For the past few years to commemorate the D Day invasion of France I’ve posted about the,
as written in The Atlantic magazine in 1960. I recommend that you read that again, but I want to talk about a couple of other things this year.
Dwight David Eisenhower was the Supreme Allied Commander of the Allied Expeditionary Force and as such was in overall command of Operation Overlord, which was the code name for the invasion of France.
Eisenhower was somewhat of an unusual choice on the face of it. He was a West Point graduate in 1915 and graduated in the middle of his class. During World War I, despite repeated requests he was never sent to France and never saw combat. Instead, he was assigned to a variety of tasks involving organizing units that went on to see combat. He displayed a talent for organization and spent the inter war years in jobs that helped him hone those skills.
So, why was a middle aged officer, with no combat experience given the biggest job in the biggest war in human history?
Logistics. Eisenhower understood that no modern war could be won without preparation and a functional supply line. That’s why there are so many none combat jobs in the military, more than actual fighters. An army (or navy, or air force) needs a million items in order to win a war. Uniforms, food, weapons, ammunition, vehicles, shelters, radios, and everything else needed for a modern war have to be furnished, maintained, and replaced.
That was Eisenhower’s talent along with planning for a large battle.
Which is why he ended up in command of all of the troops in Europe. Not just the United States troops, but those of Britain, the Free French, the Polish, everyone.
Eisenhower also had a sense of responsibility.
Just before the invasion, he gave this order to the troops about to launch the invasion.
Soldiers, Sailors and Airmen of the Allied Expeditionary Forces:
You are about to embark upon the Great Crusade, toward which we have striven these many months. The eyes of the world are upon you.
The hopes and prayers of liberty-loving people everywhere march with you. In company with our brave Allies and brothers-in-arms on other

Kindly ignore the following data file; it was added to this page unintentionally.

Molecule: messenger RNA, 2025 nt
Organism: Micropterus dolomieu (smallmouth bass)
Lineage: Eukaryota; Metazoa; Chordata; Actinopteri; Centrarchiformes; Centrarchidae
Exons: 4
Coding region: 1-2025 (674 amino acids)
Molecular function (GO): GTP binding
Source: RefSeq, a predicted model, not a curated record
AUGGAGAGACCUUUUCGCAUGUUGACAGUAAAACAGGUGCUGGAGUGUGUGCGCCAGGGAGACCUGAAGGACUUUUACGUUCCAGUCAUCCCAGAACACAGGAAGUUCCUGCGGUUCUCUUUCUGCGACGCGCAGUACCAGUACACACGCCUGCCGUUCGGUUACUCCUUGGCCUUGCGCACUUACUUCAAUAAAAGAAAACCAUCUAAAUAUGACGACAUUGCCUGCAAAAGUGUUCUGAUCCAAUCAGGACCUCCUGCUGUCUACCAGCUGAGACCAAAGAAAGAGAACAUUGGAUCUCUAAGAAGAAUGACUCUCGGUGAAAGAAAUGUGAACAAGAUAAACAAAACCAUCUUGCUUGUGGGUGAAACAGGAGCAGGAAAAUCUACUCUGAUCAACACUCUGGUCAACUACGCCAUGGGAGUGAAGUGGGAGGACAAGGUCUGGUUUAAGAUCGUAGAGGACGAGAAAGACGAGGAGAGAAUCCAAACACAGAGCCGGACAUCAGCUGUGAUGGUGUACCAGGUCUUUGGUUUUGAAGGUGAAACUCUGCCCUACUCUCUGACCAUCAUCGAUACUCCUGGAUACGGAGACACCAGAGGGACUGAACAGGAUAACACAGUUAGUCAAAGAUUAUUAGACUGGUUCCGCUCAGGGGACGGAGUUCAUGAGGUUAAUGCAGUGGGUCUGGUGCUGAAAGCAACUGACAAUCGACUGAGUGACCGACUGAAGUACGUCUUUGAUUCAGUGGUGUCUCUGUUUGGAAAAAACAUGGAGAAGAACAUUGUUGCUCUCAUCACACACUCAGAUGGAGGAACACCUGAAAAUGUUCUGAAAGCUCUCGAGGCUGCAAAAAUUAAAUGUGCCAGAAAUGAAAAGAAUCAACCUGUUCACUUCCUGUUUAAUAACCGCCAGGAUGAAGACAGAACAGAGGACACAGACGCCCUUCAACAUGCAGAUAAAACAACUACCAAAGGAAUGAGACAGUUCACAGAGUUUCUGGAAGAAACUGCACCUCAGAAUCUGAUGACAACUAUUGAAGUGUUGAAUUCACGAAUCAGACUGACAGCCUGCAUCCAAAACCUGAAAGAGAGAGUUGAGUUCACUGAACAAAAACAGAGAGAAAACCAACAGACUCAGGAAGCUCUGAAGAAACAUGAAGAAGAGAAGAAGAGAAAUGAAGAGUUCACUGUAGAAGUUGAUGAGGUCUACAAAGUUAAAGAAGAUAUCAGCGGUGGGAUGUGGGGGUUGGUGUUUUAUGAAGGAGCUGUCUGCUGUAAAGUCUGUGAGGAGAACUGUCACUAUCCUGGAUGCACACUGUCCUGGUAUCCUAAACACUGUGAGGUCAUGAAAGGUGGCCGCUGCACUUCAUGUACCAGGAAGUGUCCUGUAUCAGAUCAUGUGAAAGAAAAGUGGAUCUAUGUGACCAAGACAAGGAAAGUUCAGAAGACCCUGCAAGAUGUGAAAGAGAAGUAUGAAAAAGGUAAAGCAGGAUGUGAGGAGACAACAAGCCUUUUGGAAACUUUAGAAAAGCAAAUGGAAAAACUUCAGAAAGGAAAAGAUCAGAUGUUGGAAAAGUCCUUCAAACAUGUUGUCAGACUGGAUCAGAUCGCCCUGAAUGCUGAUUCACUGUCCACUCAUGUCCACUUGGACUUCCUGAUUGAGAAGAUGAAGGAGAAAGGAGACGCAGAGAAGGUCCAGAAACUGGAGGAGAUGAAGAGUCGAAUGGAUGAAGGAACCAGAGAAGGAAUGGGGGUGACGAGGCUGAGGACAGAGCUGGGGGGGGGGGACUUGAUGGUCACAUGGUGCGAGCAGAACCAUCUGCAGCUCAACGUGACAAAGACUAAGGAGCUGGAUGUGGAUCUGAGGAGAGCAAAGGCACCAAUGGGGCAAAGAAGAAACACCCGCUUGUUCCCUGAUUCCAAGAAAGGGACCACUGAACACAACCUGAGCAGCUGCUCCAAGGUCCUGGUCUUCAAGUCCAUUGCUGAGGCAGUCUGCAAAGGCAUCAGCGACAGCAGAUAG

Fronts you will bring about the destruction of the German war machine, the elimination of Nazi tyranny over oppressed peoples of Europe, and security for ourselves in a free world.
Your task will not be an easy one. Your enemy is well trained, well equipped and battle-hardened. He will fight savagely.
But this is the year 1944. Much has happened since the Nazi triumphs of 1940-41. The United Nations have inflicted upon the Germans
great defeats, in open battle, man-to-man. Our air offensive has seriously reduced their strength in the air and their capacity to wage war on the ground.
Our Home Fronts have given us an overwhelming superiority in weapons and munitions of war, and placed at our disposal great reserves of trained fighting men. The tide has turned.
The free men of the world are marching together to victory.
I have full confidence in your courage, devotion to duty, and skill in battle. We will accept nothing less than full victory.
Good Luck! And let us all beseech the blessing of Almighty God upon this great and noble undertaking.
He also prepared this speech,
Our landings in the Cherbourg-Havre area have failed to gain a satisfactory foothold and I have withdrawn the troops.
My decision to attack at this time and place was based on the best information available. The troops, the air and the Navy
did all that bravery and devotion to duty could do. If any blame or fault attaches to the attempt, it is mine alone.
No excuses, no qualifications, no shifting of blame. He, and he alone, bore the responsibility for failure. Fortunately, he never had to give that speech, the invasion was a success.
I will leave you with a speech by President Ronald Reagan delivered on the 40th anniversary of the invasion. He sums up the risks and dangers faced by the troops on that fateful day. There is nothing that I can add.